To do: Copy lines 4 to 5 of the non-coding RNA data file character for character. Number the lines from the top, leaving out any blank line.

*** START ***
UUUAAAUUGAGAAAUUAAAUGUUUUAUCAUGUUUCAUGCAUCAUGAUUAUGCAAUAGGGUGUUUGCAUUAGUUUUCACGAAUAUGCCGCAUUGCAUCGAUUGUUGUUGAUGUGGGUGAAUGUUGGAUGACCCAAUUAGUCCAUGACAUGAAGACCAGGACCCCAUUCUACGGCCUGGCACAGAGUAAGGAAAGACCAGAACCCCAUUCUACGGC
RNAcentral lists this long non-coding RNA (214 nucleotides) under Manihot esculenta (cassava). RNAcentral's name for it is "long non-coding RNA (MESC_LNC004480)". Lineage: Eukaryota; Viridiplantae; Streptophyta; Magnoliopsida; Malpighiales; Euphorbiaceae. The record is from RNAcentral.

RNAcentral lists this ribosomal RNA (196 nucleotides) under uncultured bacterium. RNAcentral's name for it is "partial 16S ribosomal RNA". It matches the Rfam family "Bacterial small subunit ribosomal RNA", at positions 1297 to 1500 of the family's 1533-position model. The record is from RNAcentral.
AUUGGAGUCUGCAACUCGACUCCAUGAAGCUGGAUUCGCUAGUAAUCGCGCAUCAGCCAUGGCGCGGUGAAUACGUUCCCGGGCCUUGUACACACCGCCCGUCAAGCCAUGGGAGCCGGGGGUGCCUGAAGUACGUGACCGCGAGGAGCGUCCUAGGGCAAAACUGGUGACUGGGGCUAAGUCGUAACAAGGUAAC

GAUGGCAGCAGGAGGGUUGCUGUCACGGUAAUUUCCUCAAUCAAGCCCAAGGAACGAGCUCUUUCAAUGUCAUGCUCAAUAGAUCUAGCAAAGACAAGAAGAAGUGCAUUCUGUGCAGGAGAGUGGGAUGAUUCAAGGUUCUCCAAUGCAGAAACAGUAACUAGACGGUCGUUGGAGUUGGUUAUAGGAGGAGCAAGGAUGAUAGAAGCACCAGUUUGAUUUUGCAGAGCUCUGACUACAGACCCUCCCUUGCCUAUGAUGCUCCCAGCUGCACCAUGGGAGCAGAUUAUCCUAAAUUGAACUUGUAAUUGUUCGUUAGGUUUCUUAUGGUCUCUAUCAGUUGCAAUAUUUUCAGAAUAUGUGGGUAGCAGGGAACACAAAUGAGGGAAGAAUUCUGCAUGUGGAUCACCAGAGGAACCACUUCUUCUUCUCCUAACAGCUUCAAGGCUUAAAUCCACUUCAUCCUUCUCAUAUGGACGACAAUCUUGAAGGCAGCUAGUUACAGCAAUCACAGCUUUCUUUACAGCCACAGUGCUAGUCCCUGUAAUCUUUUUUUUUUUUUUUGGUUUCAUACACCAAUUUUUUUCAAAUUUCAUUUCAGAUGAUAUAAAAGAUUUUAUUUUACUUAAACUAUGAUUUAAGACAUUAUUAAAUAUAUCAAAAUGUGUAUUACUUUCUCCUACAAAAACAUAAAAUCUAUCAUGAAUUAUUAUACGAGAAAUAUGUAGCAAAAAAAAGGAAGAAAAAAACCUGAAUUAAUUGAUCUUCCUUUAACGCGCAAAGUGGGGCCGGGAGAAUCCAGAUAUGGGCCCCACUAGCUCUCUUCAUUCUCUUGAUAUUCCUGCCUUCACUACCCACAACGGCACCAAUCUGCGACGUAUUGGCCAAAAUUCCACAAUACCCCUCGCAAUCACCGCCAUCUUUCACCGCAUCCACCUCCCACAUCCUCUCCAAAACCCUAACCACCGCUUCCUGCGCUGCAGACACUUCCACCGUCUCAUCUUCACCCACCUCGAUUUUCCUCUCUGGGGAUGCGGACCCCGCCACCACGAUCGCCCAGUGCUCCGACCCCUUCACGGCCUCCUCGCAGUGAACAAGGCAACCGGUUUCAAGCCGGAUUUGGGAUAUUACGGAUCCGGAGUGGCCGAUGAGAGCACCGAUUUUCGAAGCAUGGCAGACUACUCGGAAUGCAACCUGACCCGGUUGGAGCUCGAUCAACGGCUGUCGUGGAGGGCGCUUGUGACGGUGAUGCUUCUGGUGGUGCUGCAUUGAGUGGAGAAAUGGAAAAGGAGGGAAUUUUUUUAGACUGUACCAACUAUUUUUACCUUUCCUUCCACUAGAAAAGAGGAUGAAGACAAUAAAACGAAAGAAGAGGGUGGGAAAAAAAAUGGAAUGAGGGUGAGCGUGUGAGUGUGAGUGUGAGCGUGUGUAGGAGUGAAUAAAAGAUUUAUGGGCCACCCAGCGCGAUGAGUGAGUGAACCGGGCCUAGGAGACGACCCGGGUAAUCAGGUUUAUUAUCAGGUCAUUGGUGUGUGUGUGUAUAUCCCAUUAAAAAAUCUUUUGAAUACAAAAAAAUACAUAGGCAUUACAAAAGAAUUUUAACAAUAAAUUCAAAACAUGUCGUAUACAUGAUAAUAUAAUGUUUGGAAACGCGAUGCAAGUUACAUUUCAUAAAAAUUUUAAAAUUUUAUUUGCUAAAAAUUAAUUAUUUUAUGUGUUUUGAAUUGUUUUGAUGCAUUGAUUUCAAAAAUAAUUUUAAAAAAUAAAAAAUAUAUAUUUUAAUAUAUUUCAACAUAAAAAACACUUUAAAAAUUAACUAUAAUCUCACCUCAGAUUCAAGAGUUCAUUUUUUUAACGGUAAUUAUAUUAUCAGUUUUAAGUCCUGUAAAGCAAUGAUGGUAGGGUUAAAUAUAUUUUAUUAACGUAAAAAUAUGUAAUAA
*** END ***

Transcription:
AUUGGAGUCUGCAACUCGACUCCAUGAAGCUGGAUUCGCUAGUAAUCGCGCAUCAGCCAUGGCGCGGUGAAUACGUUCCCGGGCCUUGUACACACCGCCCGUCAAGCCAUGGGAGCCGGGGGUGCCUGAAGUACGUGACCGCGAGGAGCGUCCUAGGGCAAAACUGGUGACUGGGGCUAAGUCGUAACAAGGUAAC

GAUGGCAGCAGGAGGGUUGCUGUCACGGUAAUUUCCUCAAUCAAGCCCAAGGAACGAGCUCUUUCAAUGUCAUGCUCAAUAGAUCUAGCAAAGACAAGAAGAAGUGCAUUCUGUGCAGGAGAGUGGGAUGAUUCAAGGUUCUCCAAUGCAGAAACAGUAACUAGACGGUCGUUGGAGUUGGUUAUAGGAGGAGCAAGGAUGAUAGAAGCACCAGUUUGAUUUUGCAGAGCUCUGACUACAGACCCUCCCUUGCCUAUGAUGCUCCCAGCUGCACCAUGGGAGCAGAUUAUCCUAAAUUGAACUUGUAAUUGUUCGUUAGGUUUCUUAUGGUCUCUAUCAGUUGCAAUAUUUUCAGAAUAUGUGGGUAGCAGGGAACACAAAUGAGGGAAGAAUUCUGCAUGUGGAUCACCAGAGGAACCACUUCUUCUUCUCCUAACAGCUUCAAGGCUUAAAUCCACUUCAUCCUUCUCAUAUGGACGACAAUCUUGAAGGCAGCUAGUUACAGCAAUCACAGCUUUCUUUACAGCCACAGUGCUAGUCCCUGUAAUCUUUUUUUUUUUUUUUGGUUUCAUACACCAAUUUUUUUCAAAUUUCAUUUCAGAUGAUAUAAAAGAUUUUAUUUUACUUAAACUAUGAUUUAAGACAUUAUUAAAUAUAUCAAAAUGUGUAUUACUUUCUCCUACAAAAACAUAAAAUCUAUCAUGAAUUAUUAUACGAGAAAUAUGUAGCAAAAAAAAGGAAGAAAAAAACCUGAAUUAAUUGAUCUUCCUUUAACGCGCAAAGUGGGGCCGGGAGAAUCCAGAUAUGGGCCCCACUAGCUCUCUUCAUUCUCUUGAUAUUCCUGCCUUCACUACCCACAACGGCACCAAUCUGCGACGUAUUGGCCAAAAUUCCACAAUACCCCUCGCAAUCACCGCCAUCUUUCACCGCAUCCACCUCCCACAUCCUCUCCAAAACCCUAACCACCGCUUCCUGCGCUGCAGACACUUCCACCGUCUCAUCUUCACCCACCUCGAUUUUCCUCUCUGGGGAUGCGGACCCCGCCACCACGAUCGCCCAGUGCUCCGACCCCUUCACGGCCUCCUCGCAGUGAACAAGGCAACCGGUUUCAAGCCGGAUUUGGGAUAUUACGGAUCCGGAGUGGCCGAUGAGAGCACCGAUUUUCGAAGCAUGGCAGACUACUCGGAAUGCAACCUGACCCGGUUGGAGCUCGAUCAACGGCUGUCGUGGAGGGCGCUUGUGACGGUGAUGCUUCUGGUGGUGCUGCAUUGAGUGGAGAAAUGGAAAAGGAGGGAAUUUUUUUAGACUGUACCAACUAUUUUUACCUUUCCUUCCACUAGAAAAGAGGAUGAAGACAAUAAAACGAAAGAAGAGGGUGGGAAAAAAAAUGGAAUGAGGGUGAGCGUGUGAGUGUGAGUGUGAGCGUGUGUAGGAGUGAAUAAAAGAUUUAUGGGCCACCCAGCGCGAUGAGUGAGUGAACCGGGCCUAGGAGACGACCCGGGUAAUCAGGUUUAUUAUCAGGUCAUUGGUGUGUGUGUGUAUAUCCCAUUAAAAAAUCUUUUGAAUACAAAAAAAUACAUAGGCAUUACAAAAGAAUUUUAACAAUAAAUUCAAAACAUGUCGUAUACAUGAUAAUAUAAUGUUUGGAAACGCGAUGCAAGUUACAUUUCAUAAAAAUUUUAAAAUUUUAUUUGCUAAAAAUUAAUUAUUUUAUGUGUUUUGAAUUGUUUUGAUGCAUUGAUUUCAAAAAUAAUUUUAAAAAAUAAAAAAUAUAUAUUUUAAUAUAUUUCAACAUAAAAAACACUUUAAAAAUUAACUAUAAUCUCACCUCAGAUUCAAGAGUUCAUUUUUUUAACGGUAAUUAUAUUAUCAGUUUUAAGUCCUGUAAAGCAAUGAUGGUAGGGUUAAAUAUAUUUUAUUAACGUAAAAAUAUGUAAUAA